In their Bowie, Maryland, home studio, glass sculptors Eric Markow and Thom Norris surround themselves with two parrots, multiple gardens and a plethora of woodsy inspiration. “Our deep connection to nature is a major influence in our work,” explains Norris. The duo, who first started with stained glass, have since moved on to three-dimensional woven-glass sculpture—a technique they developed that allows for more experimentation with texture and color—and working in tandem, they each tackle various roles. “Thom is very good about representing the realness of something and I’m passionate about the abstract,” says Markow. A former chemical engineer, Markow is the master colorist, developing formulas and hues with a discerning eye, while Norris handles the initial design of the hidden metalwork; both weave the glass together. Creating standouts like their over 5-foot-tall life-size kimonos, it’s no wonder the pair have a six-month waiting list. “I love making pieces that become the centerpiece of a room,” says Markow. “It’s important to have something that pops.”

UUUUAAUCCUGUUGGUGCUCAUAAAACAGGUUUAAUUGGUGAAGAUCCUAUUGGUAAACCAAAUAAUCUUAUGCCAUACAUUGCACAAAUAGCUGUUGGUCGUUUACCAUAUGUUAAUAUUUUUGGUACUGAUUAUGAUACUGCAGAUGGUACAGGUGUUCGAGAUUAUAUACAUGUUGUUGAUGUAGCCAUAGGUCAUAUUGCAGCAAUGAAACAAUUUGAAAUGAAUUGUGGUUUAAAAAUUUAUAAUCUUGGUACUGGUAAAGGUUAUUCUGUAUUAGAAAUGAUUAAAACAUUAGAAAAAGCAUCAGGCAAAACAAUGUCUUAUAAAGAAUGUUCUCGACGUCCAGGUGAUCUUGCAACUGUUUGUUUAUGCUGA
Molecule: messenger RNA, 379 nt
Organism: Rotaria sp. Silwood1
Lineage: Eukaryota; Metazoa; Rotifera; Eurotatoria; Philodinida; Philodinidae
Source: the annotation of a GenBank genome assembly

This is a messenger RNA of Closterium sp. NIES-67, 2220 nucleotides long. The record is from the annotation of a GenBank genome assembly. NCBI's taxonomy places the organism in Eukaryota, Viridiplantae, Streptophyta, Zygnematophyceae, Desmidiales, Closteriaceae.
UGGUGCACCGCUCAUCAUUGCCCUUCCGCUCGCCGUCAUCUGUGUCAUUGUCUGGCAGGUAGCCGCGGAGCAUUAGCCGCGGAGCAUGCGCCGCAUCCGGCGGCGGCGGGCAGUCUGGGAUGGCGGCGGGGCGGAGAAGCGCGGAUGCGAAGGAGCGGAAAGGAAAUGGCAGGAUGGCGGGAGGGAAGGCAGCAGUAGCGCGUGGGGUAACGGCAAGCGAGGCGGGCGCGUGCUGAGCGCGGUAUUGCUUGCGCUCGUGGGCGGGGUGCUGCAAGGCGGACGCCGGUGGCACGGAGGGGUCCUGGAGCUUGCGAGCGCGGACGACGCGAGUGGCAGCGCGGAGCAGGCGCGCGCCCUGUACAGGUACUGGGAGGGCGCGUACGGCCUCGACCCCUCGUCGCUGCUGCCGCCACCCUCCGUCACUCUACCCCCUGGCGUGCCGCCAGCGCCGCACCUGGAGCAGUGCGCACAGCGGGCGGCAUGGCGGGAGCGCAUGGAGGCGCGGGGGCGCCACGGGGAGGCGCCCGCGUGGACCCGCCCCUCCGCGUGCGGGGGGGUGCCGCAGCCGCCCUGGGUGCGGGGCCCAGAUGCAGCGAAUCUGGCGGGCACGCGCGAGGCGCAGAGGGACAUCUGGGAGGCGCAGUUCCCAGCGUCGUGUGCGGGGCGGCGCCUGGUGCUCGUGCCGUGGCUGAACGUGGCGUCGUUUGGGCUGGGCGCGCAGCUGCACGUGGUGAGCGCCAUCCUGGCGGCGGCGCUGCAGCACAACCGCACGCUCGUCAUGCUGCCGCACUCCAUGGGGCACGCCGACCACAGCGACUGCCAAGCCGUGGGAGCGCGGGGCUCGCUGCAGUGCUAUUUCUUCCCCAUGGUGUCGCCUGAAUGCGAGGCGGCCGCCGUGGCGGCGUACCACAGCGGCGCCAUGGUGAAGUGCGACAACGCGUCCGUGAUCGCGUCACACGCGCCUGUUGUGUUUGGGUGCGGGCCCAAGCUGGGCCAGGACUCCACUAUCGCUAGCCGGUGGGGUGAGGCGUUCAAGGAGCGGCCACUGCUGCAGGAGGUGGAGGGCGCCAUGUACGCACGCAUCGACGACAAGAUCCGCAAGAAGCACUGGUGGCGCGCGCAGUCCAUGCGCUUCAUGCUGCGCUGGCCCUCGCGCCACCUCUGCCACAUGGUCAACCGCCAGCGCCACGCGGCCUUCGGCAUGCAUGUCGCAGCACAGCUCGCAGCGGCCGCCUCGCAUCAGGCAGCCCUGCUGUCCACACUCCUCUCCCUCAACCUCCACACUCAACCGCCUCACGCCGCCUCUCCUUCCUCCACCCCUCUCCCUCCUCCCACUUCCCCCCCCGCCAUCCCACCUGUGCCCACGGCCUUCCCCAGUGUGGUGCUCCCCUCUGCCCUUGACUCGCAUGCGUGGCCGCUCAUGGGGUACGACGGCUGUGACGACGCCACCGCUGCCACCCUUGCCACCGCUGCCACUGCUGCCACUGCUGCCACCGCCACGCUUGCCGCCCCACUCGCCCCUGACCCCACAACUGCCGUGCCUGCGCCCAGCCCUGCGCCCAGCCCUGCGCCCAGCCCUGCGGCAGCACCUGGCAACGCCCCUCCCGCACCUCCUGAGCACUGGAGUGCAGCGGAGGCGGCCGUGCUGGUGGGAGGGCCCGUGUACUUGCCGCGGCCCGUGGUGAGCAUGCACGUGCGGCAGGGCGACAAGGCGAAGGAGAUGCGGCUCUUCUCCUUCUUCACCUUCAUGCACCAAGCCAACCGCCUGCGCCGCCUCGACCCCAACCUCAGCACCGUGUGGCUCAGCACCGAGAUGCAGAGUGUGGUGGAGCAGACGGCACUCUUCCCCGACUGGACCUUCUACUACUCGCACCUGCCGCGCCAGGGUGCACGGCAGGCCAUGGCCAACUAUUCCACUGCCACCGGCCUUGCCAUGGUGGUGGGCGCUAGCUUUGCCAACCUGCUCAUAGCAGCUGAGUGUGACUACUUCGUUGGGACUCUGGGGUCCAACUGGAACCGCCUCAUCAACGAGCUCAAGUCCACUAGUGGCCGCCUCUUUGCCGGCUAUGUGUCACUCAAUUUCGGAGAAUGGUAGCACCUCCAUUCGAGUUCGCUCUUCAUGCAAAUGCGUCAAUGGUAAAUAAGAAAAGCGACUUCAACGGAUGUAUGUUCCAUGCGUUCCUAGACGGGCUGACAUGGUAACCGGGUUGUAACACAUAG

LX: What’s the most unusual aspect to your work?
TN: People are most surprised by the texture of our woven glass. It looks like large-scale fabric, with warp and weft, but it’s all glass.
LX: Greatest influence:
EM: Georgia O’Keeffe. I love everything about her. Our early stained glass windows and our Red Poppy and Desert Skull pieces reflect a similar foundation.
LX: Keep an eye on...
TN: A new artist in Southern California who goes by the moniker TEKSTartist. He uses famous quotes and phrases to draw representative pictures on canvas.
LX: I'm happiest when ...
EM: I’m playing with color. I lose myself in exploring different hues and combinations.
LX: Name one thing you’ve done on your bucket list.
TN: Visited the Keukenhof gardens in Holland during the annual tulip show. It’s more than breathtakingly exquisite.